Artist combines interchangeable puzzle parts to make his own montage puzzle art.
Puzzle enthusiast Washington-based artist Tim Klein has been creating montages out of jigsaw puzzles for 25 years. For his work, Klein uses vintage puzzles from the 1970s-90s, the selection of which can take years: “It’s an obsessive but enjoyable treasure hunt,” he says.
Tim Klein got inspired by the master of puzzle montage Mel Andringa who has perfected this art for over 50 years and was the first to experiment with puzzle montages in the 1960s.
“The imagery in jigsaw puzzles published nowadays tends to be very busy, often consisting of densely-packed collages constructed with Photoshop,” says Klein. “But for my purposes, I favor puzzles from pre-digital years, when the picture was typically a photograph of a single subject, such as a galloping horse or a ballerina or the Empire State Building.”
But it’s not as simple as throwing some pieces together, as Klein notes:
“Over the years I’ve developed an intuitive feel for spotting [puzzles] that are likely to be useful to me, based on their imagery, brand, age, piece count, etc. But even so, matching up vintage puzzles takes luck, patience, and the tenacity of a treasure hunter! I own stacks and stacks of puzzles that I call my “art supplies”, some of which have been waiting years for a suitable mate to appear”
Take a look at some of his surreal creations!
“Schools (Fishing For Answers)”
Made using pieces from two Hallmark puzzles from the 1970s, one showing a comically unsuccessful fisherman, and the other showing the answers to a blank crossword puzzle that was printed on the box. I like the fact that the school at the lower left has “arcana” at its core. (Aristotelian arcana, no less!)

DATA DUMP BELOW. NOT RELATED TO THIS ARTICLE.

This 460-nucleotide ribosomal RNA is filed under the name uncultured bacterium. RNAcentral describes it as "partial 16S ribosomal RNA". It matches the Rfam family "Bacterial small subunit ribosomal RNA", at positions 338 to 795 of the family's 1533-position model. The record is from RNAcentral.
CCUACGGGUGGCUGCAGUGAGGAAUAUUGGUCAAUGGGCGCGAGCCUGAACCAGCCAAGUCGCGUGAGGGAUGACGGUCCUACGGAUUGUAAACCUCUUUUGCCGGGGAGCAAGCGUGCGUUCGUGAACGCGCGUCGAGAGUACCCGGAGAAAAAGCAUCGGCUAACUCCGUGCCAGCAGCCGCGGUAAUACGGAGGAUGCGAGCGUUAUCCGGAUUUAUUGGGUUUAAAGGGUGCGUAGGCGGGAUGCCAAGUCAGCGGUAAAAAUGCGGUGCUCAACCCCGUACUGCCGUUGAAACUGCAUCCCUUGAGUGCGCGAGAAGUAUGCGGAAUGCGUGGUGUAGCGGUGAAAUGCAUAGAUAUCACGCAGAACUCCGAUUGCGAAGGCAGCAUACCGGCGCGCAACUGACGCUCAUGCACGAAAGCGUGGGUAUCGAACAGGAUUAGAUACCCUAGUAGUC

Made from the pieces of two small Puzzlebug brand puzzles, one showing a bunny and one showing a dinosaur under a full moon.
“White Elephant (Present And Future)”
Made from pieces of two Springbok puzzles published in 1978 and 1980.
“T’ Rainosaurus Rex”
“Pig Jaw Suzzle #2”
“Pig Jaw Suzzle #1”
Made from the pieces of two small Hallmark “greeting card” puzzles from the 1980s.
“The Other Side”
Made from two American Publishing Company puzzles from the 1980s. Most of my puzzle montages are in a single plane, with pieces from the two source puzzles intermixed. But in this one, the coins puzzle is on top of the puzzle containing the eyes, resulting in a two-layered piece. Thus, the eyes look into the viewer’s eyes from the other side of a wall of gold.
“The Mercy-Go-Round (Sunshine And Shadow)”
I made this montage by combining a Puzzlebug-brand puzzle showing a church with another one showing a carnival ride. I’ve been a bit surprised at the wide range of reactions it gets. Some people find it humorous, others find it affirming or joyful, and others see it as blasphemous or insulting.
“King Of The Road”
Constructed from two Springbok puzzles from the 1970s.
“How The West Was Won”
“Thaw (Warm Breath On A Winter Window)”
Perhaps this montage was too easy! After all, the pieces came from two puzzles showing the same scene. They were Milton Bradley puzzles from the late 1960s, taken from a set of “four seasons” paintings by Paul Detlefsen. (When I show this one in public, I credit it to “Tim Klein, after Paul Detlefsen”.) At the bottom of the “thawed” circle, where green spring meets white winter, the curvature of the puzzle pieces gives a nice melting effect. It’s as if you, seeing the winter scene through a window, have breathed upon the glass and magically revealed a glimpse of the warm spring to come.
Made from two small panoramic Perfect Fit brand puzzles.
“The Dance Of The Bathroom Cleaning Fairies”
Made from two Springbok puzzles published in the 1980s.
“The All-Seeing Elephant”
Made from two Springbok puzzles from 1979 and 1980.
Tim Klein: Website | Facebook